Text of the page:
Tuesday, July 27, 2010

I got a pocket full of Euros and my homeboys do too

We got mad monopoly money up in this piece.





So I finally, by the skin of my teeth, sent Loups Hurlants. I let out a 'Wolf Howl' at the top just to let the Frenchies know I could understand a bit of their garbled nonsense. It was a classic redpoint epic story. I fell 4 times from the final 5.8 move. The pressure was on and my last try of the day I pulled it together and sent. We pulled the rope, hiked out, and drove for Switzerland. We spent the night in Italy and the better part of the next day as well.

This is my queen in her castle.


Culture shock happens fast around here. As soon as you cross the border into Italy the people get different. Very different. It's kind of like living in a TV commercial for Pasta Sauce. We stopped at this pizza place and it was nuts in there. No more snobby and reserved French. These people are LOUD! Man, they bring the whole family. Tables of 10 were common. Kids, parents, granparents....And they are all talking at once. Hey Italy, Howa boutya trya to enda worda withouta vowela? You can't do it can you? And a further challenge...try to do it without moving your arms. Now you're really struggling. The Italians are boisterous and super friendly. The campground we stayed in was just as crazy. The whole country feels like a big family. Lots of talking, all at once. And very fashionable.




Then the next day we crossed into Switzerland. Instant change of pace. Switzerland is beautiful. So very green. It's kind of like Oregon or Maine but with huge mountains, tons of moss, big waterfalls, castles. We are staying at this campground in Werdenburg. "The smallest city in Switzerland" is their claim to fame. This is Werdenburg. We are actually across the lake in Grabs. So the people here are totally different. We pull into the campground and it's silent. Husbands and wives are eating their meals in silence. They sit across from each other and everything is perfect and clean and organized. Like OCD organized. We saw a couple make the bed in their camper van and they were turning down the corners perfectly and eliminating any creases. It's militaristic cleanliness. Very strange. But the people are very friendly. I asked a guy where I could find wireless internet and he just gave me the password for the hotel for free. Just before that I went to buy some earplugs.....OK, here's why. They love clocks apparently. They have this bell tower that chimes loudly every 15 minutes. And on the hour it chimes the number of the hour. Not too bad right? OK, at 9:00 pm it chimes for 5 minutes straight. We timed it. 5 minutes is a long time. Still quite charming right? Well it does it again at 6:00 am. Not very charming. We think this is their way of marking the beginning and end of the day for the farmers in the hills that may not operate on real time. Maybe. Point of the story is, the guy gave me the earplugs for free and said with a smile "welcome to Switzerland."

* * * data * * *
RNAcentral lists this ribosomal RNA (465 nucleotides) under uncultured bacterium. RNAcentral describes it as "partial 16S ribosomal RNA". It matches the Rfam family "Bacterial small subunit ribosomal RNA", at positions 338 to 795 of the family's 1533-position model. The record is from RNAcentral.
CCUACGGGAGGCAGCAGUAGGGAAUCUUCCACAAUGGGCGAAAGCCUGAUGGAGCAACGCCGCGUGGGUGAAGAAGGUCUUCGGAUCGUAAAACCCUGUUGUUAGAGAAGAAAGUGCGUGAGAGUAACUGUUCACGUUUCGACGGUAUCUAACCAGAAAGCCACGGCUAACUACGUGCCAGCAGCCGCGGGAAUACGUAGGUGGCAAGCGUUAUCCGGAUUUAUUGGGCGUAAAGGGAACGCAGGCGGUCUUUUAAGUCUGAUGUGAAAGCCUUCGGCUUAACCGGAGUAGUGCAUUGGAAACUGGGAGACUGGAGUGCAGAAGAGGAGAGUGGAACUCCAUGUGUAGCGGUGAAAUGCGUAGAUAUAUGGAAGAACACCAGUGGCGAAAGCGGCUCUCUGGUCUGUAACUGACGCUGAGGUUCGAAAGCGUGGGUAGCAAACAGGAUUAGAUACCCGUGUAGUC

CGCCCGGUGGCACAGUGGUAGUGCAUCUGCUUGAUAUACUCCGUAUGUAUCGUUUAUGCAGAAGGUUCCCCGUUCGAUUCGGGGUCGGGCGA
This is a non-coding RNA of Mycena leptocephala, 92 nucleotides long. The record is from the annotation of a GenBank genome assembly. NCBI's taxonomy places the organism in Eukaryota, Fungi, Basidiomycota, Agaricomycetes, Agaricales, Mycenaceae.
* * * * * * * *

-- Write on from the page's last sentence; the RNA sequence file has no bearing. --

The reason we came here is to climb at a crag called Voralpsee. I think this picture of Elissa pointing at the crag is funny. We travel half way around the world, then we drive for hours through the mountains passing miles of cliffline. Cliffs are everywhere. Then we hike in to this tiny chunk of rock that is unlike anything else in the known universe. It is a truly unique little rock with amazing routes. about 15 amazing routes. The cows on the hike in are cool. The big ones have cow bells that ring all day. You can hear them from the crag just ringing around eating grass. Happy as a swiss cow. I think chocolate milk actually flows freely from their teets.

Here's two views of the crag. The cliff is 30 meters tall and overhangs about 15 degrees. Very pumpy and very technical. Check out this hold. Does it get more perfect than that? I was able to onsight the classic 7c Paradigma and it really was one of the coolest climbing experiences of my life. I don't want to sound like some hippy stoner freak but it was pretty trancelike. Just floating up this face on tiny edges with no contact with the earth other than the tips of your toes and fingers. And no one else is around, with this crazy green forest and lake behind you. And in the background you can hear the cow bells creating this hypnotic, offbeat techno music. Totally trippy bro. After that I sampled Euphorie 14a and got spooked. It's super runout at the crux and working it made me a headcase. You take repeated 20 footers working the crux if you're brave. I took one and hauled up a log and log-clipped through. It wrecked my head though and so I tried an 8a, then a 8b, and then I had no skin left and could barely move my fingers and now we had to take a rest day instead of climbing two days in a row.

Elissa is faring much better than me. She is working Pardigma and has a 13a on deck as well called Lucy. I don't know what my tactics should be at this point. I could go all in and work the 14a and maybe come up empty or I could be conservative and do a couple 13a's and b's? Climbing.....what a mind meld.

2 comments:

David said...

Swing for the fence, Williams! 8b+ or nothing! Remember, life is not measured by the number of breaths you take, but rather the moments that take your breath away.

Blackford said...

I'm not sure why I keep reading these blog entries. They are quite painful if you're stuck in Atlanta where the heat index is 105.